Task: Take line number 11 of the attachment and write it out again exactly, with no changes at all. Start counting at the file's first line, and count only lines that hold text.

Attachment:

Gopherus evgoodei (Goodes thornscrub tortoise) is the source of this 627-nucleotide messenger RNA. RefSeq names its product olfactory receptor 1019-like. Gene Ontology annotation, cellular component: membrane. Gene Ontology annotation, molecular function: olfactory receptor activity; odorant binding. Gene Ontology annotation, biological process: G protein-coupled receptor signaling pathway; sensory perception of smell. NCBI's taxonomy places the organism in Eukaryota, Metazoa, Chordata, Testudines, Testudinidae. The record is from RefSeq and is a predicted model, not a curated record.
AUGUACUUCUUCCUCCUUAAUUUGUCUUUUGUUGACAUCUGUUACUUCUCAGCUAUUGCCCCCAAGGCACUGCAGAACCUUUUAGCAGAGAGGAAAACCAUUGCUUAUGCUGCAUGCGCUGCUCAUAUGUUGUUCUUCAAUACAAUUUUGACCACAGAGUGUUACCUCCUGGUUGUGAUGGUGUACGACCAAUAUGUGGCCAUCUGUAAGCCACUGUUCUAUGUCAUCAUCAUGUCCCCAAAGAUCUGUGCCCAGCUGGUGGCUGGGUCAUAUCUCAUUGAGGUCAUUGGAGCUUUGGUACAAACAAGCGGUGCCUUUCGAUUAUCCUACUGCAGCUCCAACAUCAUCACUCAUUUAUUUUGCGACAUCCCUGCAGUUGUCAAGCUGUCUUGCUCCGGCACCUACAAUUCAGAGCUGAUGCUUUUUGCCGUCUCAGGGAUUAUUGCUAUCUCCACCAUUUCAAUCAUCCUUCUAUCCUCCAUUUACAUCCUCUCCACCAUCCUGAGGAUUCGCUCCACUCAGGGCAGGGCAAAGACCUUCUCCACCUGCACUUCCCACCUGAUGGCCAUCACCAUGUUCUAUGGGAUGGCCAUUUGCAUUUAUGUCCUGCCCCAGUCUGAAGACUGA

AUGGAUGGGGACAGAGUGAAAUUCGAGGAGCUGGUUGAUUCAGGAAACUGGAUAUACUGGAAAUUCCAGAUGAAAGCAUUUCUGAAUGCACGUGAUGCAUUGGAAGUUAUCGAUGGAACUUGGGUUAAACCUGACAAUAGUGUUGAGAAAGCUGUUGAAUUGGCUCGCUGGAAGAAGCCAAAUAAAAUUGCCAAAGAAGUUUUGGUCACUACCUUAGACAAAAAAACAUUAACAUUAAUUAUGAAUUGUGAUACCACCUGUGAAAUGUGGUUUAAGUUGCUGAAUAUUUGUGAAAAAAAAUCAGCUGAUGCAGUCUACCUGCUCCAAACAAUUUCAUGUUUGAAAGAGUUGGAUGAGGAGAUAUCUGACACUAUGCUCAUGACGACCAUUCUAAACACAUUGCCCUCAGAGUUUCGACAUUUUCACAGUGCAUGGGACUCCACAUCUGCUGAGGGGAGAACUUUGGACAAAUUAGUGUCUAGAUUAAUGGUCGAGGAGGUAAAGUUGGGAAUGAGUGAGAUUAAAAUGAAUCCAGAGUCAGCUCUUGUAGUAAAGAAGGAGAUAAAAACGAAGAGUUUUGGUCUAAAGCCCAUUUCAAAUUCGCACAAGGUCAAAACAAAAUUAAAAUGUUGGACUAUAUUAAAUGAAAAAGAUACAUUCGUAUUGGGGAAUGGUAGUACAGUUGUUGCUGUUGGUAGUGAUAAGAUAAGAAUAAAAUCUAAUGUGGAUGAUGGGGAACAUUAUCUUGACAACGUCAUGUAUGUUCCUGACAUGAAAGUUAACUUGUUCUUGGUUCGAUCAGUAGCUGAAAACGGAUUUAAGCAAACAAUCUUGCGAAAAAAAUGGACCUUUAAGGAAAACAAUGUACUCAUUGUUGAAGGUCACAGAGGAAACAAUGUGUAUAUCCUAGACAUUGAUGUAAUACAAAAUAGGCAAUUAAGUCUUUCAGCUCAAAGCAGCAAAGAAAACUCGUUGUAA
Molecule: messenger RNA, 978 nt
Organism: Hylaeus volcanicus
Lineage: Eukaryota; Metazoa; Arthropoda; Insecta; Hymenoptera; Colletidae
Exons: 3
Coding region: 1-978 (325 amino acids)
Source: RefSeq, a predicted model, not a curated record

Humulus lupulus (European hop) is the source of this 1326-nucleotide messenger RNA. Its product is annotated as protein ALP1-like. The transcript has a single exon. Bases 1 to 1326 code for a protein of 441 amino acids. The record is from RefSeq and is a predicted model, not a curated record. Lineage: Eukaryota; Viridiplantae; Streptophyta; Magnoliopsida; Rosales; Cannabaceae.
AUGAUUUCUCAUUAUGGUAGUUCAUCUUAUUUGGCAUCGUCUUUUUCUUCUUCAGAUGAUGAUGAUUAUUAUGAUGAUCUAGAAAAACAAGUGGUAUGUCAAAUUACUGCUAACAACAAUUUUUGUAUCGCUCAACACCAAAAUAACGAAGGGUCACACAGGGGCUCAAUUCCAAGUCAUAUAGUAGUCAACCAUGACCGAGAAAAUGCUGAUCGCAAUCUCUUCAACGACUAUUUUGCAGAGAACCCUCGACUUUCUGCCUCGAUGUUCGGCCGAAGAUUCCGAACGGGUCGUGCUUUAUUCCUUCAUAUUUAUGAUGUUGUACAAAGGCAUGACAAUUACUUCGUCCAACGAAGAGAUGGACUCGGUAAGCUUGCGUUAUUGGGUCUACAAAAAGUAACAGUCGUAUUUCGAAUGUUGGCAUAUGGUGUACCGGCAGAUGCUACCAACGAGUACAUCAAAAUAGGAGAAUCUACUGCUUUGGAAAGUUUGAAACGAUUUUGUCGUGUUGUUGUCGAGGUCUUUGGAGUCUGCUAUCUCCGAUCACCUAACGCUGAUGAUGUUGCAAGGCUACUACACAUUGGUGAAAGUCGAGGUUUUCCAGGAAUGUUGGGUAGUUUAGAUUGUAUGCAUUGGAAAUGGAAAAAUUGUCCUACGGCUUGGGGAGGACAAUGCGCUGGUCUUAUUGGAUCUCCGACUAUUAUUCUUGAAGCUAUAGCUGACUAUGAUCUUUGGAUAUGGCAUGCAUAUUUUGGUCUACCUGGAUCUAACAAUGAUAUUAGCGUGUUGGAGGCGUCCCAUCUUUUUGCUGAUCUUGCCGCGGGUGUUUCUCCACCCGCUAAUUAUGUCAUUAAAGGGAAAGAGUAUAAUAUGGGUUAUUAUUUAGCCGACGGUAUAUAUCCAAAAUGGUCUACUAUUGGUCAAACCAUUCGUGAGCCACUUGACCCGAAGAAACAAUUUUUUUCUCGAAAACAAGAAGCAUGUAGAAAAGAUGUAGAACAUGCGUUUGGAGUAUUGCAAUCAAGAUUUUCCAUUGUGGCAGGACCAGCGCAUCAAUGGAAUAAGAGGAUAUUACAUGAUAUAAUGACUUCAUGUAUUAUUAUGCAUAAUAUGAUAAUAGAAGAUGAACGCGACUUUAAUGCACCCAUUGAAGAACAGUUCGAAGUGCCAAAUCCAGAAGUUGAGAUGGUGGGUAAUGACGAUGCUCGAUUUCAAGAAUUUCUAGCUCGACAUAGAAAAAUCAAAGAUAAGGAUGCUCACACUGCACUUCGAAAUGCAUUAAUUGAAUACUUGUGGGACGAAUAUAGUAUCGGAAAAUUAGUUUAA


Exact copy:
AUGAUUUCUCAUUAUGGUAGUUCAUCUUAUUUGGCAUCGUCUUUUUCUUCUUCAGAUGAUGAUGAUUAUUAUGAUGAUCUAGAAAAACAAGUGGUAUGUCAAAUUACUGCUAACAACAAUUUUUGUAUCGCUCAACACCAAAAUAACGAAGGGUCACACAGGGGCUCAAUUCCAAGUCAUAUAGUAGUCAACCAUGACCGAGAAAAUGCUGAUCGCAAUCUCUUCAACGACUAUUUUGCAGAGAACCCUCGACUUUCUGCCUCGAUGUUCGGCCGAAGAUUCCGAACGGGUCGUGCUUUAUUCCUUCAUAUUUAUGAUGUUGUACAAAGGCAUGACAAUUACUUCGUCCAACGAAGAGAUGGACUCGGUAAGCUUGCGUUAUUGGGUCUACAAAAAGUAACAGUCGUAUUUCGAAUGUUGGCAUAUGGUGUACCGGCAGAUGCUACCAACGAGUACAUCAAAAUAGGAGAAUCUACUGCUUUGGAAAGUUUGAAACGAUUUUGUCGUGUUGUUGUCGAGGUCUUUGGAGUCUGCUAUCUCCGAUCACCUAACGCUGAUGAUGUUGCAAGGCUACUACACAUUGGUGAAAGUCGAGGUUUUCCAGGAAUGUUGGGUAGUUUAGAUUGUAUGCAUUGGAAAUGGAAAAAUUGUCCUACGGCUUGGGGAGGACAAUGCGCUGGUCUUAUUGGAUCUCCGACUAUUAUUCUUGAAGCUAUAGCUGACUAUGAUCUUUGGAUAUGGCAUGCAUAUUUUGGUCUACCUGGAUCUAACAAUGAUAUUAGCGUGUUGGAGGCGUCCCAUCUUUUUGCUGAUCUUGCCGCGGGUGUUUCUCCACCCGCUAAUUAUGUCAUUAAAGGGAAAGAGUAUAAUAUGGGUUAUUAUUUAGCCGACGGUAUAUAUCCAAAAUGGUCUACUAUUGGUCAAACCAUUCGUGAGCCACUUGACCCGAAGAAACAAUUUUUUUCUCGAAAACAAGAAGCAUGUAGAAAAGAUGUAGAACAUGCGUUUGGAGUAUUGCAAUCAAGAUUUUCCAUUGUGGCAGGACCAGCGCAUCAAUGGAAUAAGAGGAUAUUACAUGAUAUAAUGACUUCAUGUAUUAUUAUGCAUAAUAUGAUAAUAGAAGAUGAACGCGACUUUAAUGCACCCAUUGAAGAACAGUUCGAAGUGCCAAAUCCAGAAGUUGAGAUGGUGGGUAAUGACGAUGCUCGAUUUCAAGAAUUUCUAGCUCGACAUAGAAAAAUCAAAGAUAAGGAUGCUCACACUGCACUUCGAAAUGCAUUAAUUGAAUACUUGUGGGACGAAUAUAGUAUCGGAAAAUUAGUUUAA